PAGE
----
Jose Feliciano, Bradley J Green
Palais Theatre | 31 August 2012
“Where’s José?” The giant letters loom on a projector screen above the beautiful Art Deco stage at the Palais Theatre where a large photo shows an introspective-looking José Feliciano. His dark glasses are turned impassively towards the distance as he holds a guitar as some might hold a beer: possessively, as though it is a part of him.
Support act Bradley J Green saunters onstage first, guitar in hand, without fanfare. This Melbourne born-and-bred muso is in fine form, confident and ever-so-slightly-cocky as his set unfolds. He has reason to be: his voice is superb and his set full of covers is well chosen to showcase it. Breezing through heavyweight songs such as John Lennon’s Jealous Guy and Stevie Wonder’s My Cherie Amour, Green brings his own brand of highly emotive soul to these classics. He finishes with Better Be Home Soon by Crowded House; the crowd is quietly captivated. Green is one likeable entertainer with a great command of between-song banter. The presence of ‘Projector Jose’ looking down from his screen perch seems a little daunting from an audience perspective, but it doesn’t faze Green.
The floor section of the Palais is half-full as the theatre houselights dim. The projector fires up a video montage of José Feliciano’s long and much-lauded career, featuring some of his TV appearances over the years. Carefully worded phrases scroll across the scenes: “In 1945, a legend was born”. The mythologising intro wraps up, the snapshot of Projector José reappears and the excellent five-piece backing band materialises onstage to begin a funky, upbeat intro, building up to the appearance of The Legend himself.
After a few minutes of anticipatory band jamming, Feliciano emerges from stage left, led to front and centre by son Michael. (Feliciano was born blind.) The crowd cheers wildly. He opens with the straightforward bluesy saunter of Tommy Tucker’s hit Hi-Heel Sneakers then launches into Elvis Presley single, That’s All Right, in which his trademark guitar-dancing fingers unleash a bit, warming up. The slow bass groove rumbles under flamenco-flavoured licks, transforming Billie Jean into an entirely new song. Feliciano chats with effortless self-promoting skill, mentioning more than once his participation on Twitter and Facebook, as well as the fact that his new album’s for sale.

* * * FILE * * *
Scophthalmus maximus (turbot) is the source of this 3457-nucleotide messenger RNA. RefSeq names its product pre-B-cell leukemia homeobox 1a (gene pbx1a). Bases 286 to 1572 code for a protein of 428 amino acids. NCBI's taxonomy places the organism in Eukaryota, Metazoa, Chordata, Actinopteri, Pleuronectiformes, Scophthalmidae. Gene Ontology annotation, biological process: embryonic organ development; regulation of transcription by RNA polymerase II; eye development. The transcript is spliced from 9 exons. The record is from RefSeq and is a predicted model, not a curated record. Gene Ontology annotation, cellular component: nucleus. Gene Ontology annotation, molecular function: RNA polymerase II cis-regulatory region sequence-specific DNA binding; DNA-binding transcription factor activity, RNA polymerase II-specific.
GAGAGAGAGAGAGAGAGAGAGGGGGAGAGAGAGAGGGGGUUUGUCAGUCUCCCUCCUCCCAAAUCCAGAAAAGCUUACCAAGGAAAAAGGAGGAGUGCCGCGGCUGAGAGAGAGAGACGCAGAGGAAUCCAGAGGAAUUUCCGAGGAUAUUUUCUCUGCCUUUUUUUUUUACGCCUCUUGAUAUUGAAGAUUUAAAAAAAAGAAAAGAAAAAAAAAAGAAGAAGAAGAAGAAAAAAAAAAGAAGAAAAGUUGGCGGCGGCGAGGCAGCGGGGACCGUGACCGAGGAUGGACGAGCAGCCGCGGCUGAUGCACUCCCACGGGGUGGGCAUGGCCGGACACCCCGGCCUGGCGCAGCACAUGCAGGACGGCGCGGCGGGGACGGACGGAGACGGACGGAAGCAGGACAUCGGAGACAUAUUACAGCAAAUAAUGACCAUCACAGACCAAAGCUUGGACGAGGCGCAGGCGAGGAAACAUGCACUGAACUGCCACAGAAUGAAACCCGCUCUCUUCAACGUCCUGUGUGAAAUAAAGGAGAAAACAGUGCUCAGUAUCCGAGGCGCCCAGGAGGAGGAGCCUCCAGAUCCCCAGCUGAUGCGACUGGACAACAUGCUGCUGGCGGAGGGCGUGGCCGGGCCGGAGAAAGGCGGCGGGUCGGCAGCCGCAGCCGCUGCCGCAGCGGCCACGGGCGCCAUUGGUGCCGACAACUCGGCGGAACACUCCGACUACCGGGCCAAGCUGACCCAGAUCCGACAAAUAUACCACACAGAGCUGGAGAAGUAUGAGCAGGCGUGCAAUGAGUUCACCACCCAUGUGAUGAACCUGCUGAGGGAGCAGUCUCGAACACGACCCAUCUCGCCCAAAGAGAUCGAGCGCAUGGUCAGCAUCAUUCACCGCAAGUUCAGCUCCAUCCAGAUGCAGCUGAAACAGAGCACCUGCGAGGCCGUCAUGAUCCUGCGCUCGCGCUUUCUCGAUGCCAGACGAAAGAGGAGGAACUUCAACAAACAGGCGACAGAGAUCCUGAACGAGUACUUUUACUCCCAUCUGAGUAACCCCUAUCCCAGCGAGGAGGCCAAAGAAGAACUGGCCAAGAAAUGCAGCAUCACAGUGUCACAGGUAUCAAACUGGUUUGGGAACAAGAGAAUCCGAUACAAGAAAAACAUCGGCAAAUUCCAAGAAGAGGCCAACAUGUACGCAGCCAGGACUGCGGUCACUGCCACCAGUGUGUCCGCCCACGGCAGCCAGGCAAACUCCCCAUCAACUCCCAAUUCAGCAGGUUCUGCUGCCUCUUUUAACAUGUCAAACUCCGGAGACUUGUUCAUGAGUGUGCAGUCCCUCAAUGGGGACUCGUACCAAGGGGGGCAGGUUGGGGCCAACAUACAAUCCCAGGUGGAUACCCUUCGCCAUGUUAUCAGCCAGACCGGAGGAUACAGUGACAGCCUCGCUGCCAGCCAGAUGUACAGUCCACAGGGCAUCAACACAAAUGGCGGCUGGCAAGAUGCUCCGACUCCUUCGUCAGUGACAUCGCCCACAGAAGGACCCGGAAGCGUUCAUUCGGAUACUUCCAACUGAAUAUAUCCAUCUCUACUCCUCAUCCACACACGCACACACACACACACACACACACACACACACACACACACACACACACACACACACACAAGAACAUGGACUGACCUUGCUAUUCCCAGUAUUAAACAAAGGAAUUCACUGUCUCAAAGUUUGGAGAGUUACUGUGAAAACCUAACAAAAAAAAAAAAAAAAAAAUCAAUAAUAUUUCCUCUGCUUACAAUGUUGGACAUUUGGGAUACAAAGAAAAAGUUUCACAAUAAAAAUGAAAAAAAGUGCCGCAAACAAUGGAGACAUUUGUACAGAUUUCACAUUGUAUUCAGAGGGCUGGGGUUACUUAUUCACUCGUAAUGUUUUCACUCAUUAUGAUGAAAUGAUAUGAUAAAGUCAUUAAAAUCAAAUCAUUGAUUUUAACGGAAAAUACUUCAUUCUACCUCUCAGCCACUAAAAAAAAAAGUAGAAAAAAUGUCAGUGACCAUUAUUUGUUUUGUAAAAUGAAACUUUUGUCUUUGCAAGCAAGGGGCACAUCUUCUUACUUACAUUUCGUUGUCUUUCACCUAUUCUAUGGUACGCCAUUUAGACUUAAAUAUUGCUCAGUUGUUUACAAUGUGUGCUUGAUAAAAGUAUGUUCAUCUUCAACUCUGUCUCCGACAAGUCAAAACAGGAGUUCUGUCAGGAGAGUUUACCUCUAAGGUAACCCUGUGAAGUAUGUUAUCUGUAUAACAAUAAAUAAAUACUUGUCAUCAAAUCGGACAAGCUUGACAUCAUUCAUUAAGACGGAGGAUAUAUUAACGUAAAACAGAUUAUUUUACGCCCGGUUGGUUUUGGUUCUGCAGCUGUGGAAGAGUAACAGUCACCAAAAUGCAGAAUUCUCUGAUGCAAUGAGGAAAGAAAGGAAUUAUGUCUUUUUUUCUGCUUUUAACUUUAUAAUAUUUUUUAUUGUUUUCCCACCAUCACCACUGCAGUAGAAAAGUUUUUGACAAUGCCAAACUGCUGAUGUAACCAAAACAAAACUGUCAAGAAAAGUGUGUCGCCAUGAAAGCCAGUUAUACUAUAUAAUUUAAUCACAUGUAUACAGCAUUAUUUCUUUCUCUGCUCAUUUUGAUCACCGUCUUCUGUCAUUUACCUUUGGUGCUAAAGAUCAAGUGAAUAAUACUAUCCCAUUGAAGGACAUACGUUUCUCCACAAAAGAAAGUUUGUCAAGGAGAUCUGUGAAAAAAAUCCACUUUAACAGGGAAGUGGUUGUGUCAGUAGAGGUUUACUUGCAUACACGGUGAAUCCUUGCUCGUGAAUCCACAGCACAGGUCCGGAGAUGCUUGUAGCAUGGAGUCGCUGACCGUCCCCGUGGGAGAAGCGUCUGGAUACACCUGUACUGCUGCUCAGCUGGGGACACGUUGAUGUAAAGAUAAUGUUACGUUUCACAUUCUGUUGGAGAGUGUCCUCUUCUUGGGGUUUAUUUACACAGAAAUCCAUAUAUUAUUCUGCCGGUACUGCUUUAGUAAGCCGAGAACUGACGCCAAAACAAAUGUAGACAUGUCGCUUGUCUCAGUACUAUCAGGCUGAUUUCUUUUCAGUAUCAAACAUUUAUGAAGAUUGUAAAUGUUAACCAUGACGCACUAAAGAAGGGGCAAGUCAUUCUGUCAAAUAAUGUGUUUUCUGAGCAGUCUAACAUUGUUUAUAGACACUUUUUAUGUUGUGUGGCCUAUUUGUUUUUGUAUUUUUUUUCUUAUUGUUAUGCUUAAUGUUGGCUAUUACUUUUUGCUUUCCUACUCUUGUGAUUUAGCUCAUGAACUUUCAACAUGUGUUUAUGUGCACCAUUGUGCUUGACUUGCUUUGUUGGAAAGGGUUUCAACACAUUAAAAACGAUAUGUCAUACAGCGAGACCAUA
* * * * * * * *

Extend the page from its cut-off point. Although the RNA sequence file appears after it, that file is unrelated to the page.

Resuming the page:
California Dreamin’ showcases Feliciano’s strong and pure voice. Despite dealing with a persistent cough during the night that shakes his body, Feliciano impressively never skips a note, even mid-cough. A tribute to Jimi Hendrix includes a mesmerising rendition of Purple Haze morphing into The Star-Spangled Banner. It’s entertaining stuff and the crowd loves it. His highly technical, epic solo of percussive flamenco is undoubtedly the highlight of the night amidst abundant cover material. Feliciano finishes with his classic hit cover, Light My Fire, before being led off stage to a standing ovation.
It’s a shame he returns within a minute for a forgettable encore performance that doesn’t match the verve of the rest of the night: the band becomes muddy and noisy; Feliciano seems to loose his edge. It’s an anti-climax for what is ultimately an enjoyable singalong evening of solid Americana laced with the spectacular Latin-inspired guitar skills of this master musician.